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Is there a simple way to make this function/method work with strings that end with a question mark?

String.prototype.EndsWith = function(str){return (this.match(str+"$")==str)}

var aa='a cat';
var bb='a cat?'; 

if( aa.EndsWith('cat') ){
    document.write('cat matched'+'<br\/>');
}

if( bb.EndsWith('cat?') ){
    document.write('cat? matched');
}

In the current state, only the first test is matched (cat).

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1  
You typically shouldn't add to the prototype of base objects. Anyway, you could use indexOf and see if the index = target.length - str.length –  Corbin Dec 17 '11 at 5:26
1  
@Corbin - lastIndexOf() is what you need. –  nnnnnn Dec 17 '11 at 5:32
    
Ah, yeah didn't think that through :). –  Corbin Dec 17 '11 at 5:33

4 Answers 4

up vote 2 down vote accepted

I'd skip the regex and just do this:

String.prototype.EndsWith = function(str) {
  return (this.lastIndexOf(str) == this.length - str.length);
}
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+1 - I guess that's probably what OP is going for - I thought he wanted to test if a string ends in a question mark, given his first sentence, but this probably makes more sense. –  Adam Rackis Dec 17 '11 at 5:31
    
I actually have an array with different strings (some ending with special characters like the question mark, but others just plain letters). Blender's answer works for all. Thank you all for the help! –  screener Dec 17 '11 at 5:38
    
No problem. I might be using it myself ;) –  Blender Dec 17 '11 at 5:39

P.S. : Please note that a function should start with lowercase.

String.prototype.endsWith = function(str){
    return (this.lastIndexOf(str) === this.length - str.length)            
  }

var aa='a cat';
var bb='a cat?';

if(aa.endsWith('cat')){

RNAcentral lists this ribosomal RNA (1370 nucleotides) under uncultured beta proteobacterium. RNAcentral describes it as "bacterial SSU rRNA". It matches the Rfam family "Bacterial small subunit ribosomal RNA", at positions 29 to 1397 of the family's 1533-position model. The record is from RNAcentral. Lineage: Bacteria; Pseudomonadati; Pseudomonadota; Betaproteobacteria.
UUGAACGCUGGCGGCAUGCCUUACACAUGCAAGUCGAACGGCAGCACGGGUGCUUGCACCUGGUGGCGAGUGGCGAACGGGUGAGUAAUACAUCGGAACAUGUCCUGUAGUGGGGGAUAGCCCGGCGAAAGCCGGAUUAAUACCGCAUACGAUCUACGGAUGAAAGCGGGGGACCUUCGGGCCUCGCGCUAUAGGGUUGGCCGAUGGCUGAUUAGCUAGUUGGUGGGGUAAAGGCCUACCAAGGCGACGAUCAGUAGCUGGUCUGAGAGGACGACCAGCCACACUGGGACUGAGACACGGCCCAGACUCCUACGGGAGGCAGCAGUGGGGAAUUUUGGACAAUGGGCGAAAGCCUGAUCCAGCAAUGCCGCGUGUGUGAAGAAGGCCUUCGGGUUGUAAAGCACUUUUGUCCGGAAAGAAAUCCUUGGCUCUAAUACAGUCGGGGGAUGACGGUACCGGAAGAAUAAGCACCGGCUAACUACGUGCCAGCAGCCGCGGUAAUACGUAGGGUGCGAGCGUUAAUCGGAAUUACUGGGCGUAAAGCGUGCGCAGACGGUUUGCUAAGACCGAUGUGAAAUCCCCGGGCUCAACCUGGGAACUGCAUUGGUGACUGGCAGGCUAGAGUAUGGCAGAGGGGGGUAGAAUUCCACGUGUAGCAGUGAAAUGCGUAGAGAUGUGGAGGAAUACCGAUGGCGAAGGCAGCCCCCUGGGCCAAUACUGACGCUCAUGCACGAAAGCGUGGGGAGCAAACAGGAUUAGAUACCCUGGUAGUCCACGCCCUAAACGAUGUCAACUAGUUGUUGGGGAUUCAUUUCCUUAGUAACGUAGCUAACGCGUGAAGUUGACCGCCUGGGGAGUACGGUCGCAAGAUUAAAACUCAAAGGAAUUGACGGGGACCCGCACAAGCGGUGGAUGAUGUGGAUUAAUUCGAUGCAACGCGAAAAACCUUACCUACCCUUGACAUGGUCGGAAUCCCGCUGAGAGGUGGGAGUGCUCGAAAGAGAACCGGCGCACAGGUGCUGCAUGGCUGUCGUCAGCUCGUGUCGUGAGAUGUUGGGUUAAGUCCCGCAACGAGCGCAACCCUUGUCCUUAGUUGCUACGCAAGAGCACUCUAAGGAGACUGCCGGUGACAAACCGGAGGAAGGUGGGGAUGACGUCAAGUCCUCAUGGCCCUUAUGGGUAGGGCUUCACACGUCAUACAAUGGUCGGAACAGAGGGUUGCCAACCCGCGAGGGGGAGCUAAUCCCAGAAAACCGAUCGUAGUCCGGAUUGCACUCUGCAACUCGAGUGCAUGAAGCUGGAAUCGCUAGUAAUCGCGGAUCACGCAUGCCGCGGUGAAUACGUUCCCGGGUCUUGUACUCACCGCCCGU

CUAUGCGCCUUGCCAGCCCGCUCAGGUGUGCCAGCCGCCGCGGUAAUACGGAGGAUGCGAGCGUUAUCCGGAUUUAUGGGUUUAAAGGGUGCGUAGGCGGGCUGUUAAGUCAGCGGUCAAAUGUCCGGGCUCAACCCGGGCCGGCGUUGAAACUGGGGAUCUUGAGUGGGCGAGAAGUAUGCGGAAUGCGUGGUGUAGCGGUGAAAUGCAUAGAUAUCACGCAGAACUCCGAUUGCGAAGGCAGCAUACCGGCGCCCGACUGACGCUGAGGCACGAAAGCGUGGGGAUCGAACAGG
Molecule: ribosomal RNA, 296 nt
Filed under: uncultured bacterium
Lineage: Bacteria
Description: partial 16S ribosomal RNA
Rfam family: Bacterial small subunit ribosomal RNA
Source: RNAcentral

document.write('cat matched'+'<br\/>');
}

if(bb.endsWith('cat?')){
    document.write('cat? matched');
}

fiddle : http://jsfiddle.net/USzfa/4/

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Doesn't answer the question. –  Corbin Dec 17 '11 at 5:27
    
sorry my mistake... update the code –  dku.rajkumar Dec 17 '11 at 5:32

If you're going to use a regular expression that is based on the current string you'll have to escape all of the characters that have special meaning in a regular expression, so not just question marks, but everything else you see here.

I think it would be much easier to use .lastIndexOf():

String.prototype.EndsWith = function(str){
   return (this.lastIndexOf(str) === this.length - str.length);
}
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I knew I had to escape the string, but I wasn't sure how. After using the non-regex answer that you and other users gave me, I found this: stackoverflow.com/questions/3446170/… It may be useful for people who can't rely on the index. –  screener Dec 17 '11 at 8:49
    
Cool. Yes, something like that other answer is what I was alluding to in my first paragraph. Seemed like it would be too easy to accidentally leave out a couple of the special characters, whereas the .lastIndexOf() version is pretty bulletproof. –  nnnnnn Dec 17 '11 at 11:17

I wouldn't make it a method- just write the appropriate reg exp when you need one.

if(/cat[.'"?!]*$/.test(aa)){
}
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